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LeBron v. Trump


Good piece about the potential impact of the expanded ballot access won by NBA players to settle their wildcat strike:

After all that, the players secured a series of concessions that include a new league-sponsored “social justice coalition,” an agreement that team and arena owners would work to convert their stadiums into “mass-voting locations” this November, and the production of new ads “promoting civic engagement in local and national elections and raising awareness about voter access and opportunity.”

Such measures aren’t just PR sops meant to placate the “shut up and dribble” crowd. The world of sports broadcasting is notoriously gun-shy when it comes to politics — even when those expressions of political belief are symbolic rather than electoral. All of which makes what NBA players have accomplished here unprecedented.

As the coronavirus pandemic and voter suppression tactics threaten to depress turnout in the very cities across America that have been rocked by the violence and injustice, the NBA will expand voting access and participation. The stadiums that will double as polling stations aren’t just in safely blue states, they’re in places with down-ballot and Electoral College ramifications—Michigan, Pennsylvania, Ohio, Wisconsin, Arizona, Texas, North Carolina, Georgia.

In light of the strike’s shocking nature and its just-as-shockingly quick resolution, it’s easy to miss the elegant genius of what it accomplished. For all their carping about voter fraud, Trump and his Greek chorus in conservative media are hard-pressed to argue against measures to promote in-person voting. Or, now that players are back on the court, to complain about spoiled millionaires hypocritically shirking their duties while the poor, average fan suffers through quarantine with nothing to keep them company but Formula 1 on tape delay.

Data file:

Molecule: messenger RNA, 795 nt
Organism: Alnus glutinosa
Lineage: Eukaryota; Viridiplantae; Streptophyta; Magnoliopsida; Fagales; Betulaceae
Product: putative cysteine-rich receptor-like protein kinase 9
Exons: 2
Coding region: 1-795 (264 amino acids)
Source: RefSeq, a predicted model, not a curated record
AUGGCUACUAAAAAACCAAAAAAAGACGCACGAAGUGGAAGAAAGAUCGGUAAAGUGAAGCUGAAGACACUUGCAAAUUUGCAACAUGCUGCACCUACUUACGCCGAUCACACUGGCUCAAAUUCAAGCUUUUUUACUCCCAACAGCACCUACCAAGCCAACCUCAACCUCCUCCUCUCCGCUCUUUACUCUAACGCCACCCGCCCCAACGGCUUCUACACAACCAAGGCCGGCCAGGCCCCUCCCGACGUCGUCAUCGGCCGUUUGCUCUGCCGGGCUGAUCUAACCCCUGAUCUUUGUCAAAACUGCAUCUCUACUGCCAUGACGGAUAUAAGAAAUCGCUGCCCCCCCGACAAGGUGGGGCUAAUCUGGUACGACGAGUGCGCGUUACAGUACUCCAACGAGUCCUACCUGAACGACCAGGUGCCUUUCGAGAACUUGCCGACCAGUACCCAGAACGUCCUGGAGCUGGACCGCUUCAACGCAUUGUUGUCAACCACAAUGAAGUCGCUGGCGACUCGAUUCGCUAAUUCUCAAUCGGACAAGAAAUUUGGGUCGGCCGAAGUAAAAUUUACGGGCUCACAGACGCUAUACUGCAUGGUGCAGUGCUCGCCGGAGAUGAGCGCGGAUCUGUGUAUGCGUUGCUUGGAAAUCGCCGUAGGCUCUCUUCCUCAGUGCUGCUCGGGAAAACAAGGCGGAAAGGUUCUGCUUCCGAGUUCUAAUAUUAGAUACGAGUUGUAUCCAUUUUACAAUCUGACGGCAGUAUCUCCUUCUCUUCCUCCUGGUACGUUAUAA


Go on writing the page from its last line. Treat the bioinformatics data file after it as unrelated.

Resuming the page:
The NBA playoffs resumed seamlessly this week, but the decision wasn’t without its critics on the left—specifically with regard to the influence of Barack Obama, the Bernie-verse’s bugbear of perceived half-stepping. When the news broke that Obama counseled players to return to the court with concessions, responses ranged from “are you fucking kidding me” to jokes about Larry Summers and Richard Branson to the evergreen, sarcastic “thanks obama.”

The snark elides how the NBA throwing its weight behind voting access could have a huge impact on this fall’s elections—and, therefore, the near-future not only of criminal justice reform, but of any number of longtime progressive priorities. In 2018, unprecedented midterm turnout led to a slew of liberal reformers winning office up and down the ballot, even in places not usually known for their progressive zeal. Take Houston, where Harris County Judge Lina Hidalgo led a wave of Democrats who swept Republicans out of the county’s courts and are now remaking its criminal justice system in their own image. Or Nevada, where its attorney general, Aaron Ford, has pushed for greater state oversight of local police.

I hate to disagree with amateur labor strategists on Twitter, but it strikes me that “making it much easier for people in many major urban areas to vote” is a more productive endgame than “holding out until Wisconsin Republicans agree to abolish capitalism.” Of course saying that access to the ballot is important might imply that getting Trump out of office is important and that would be cringe.

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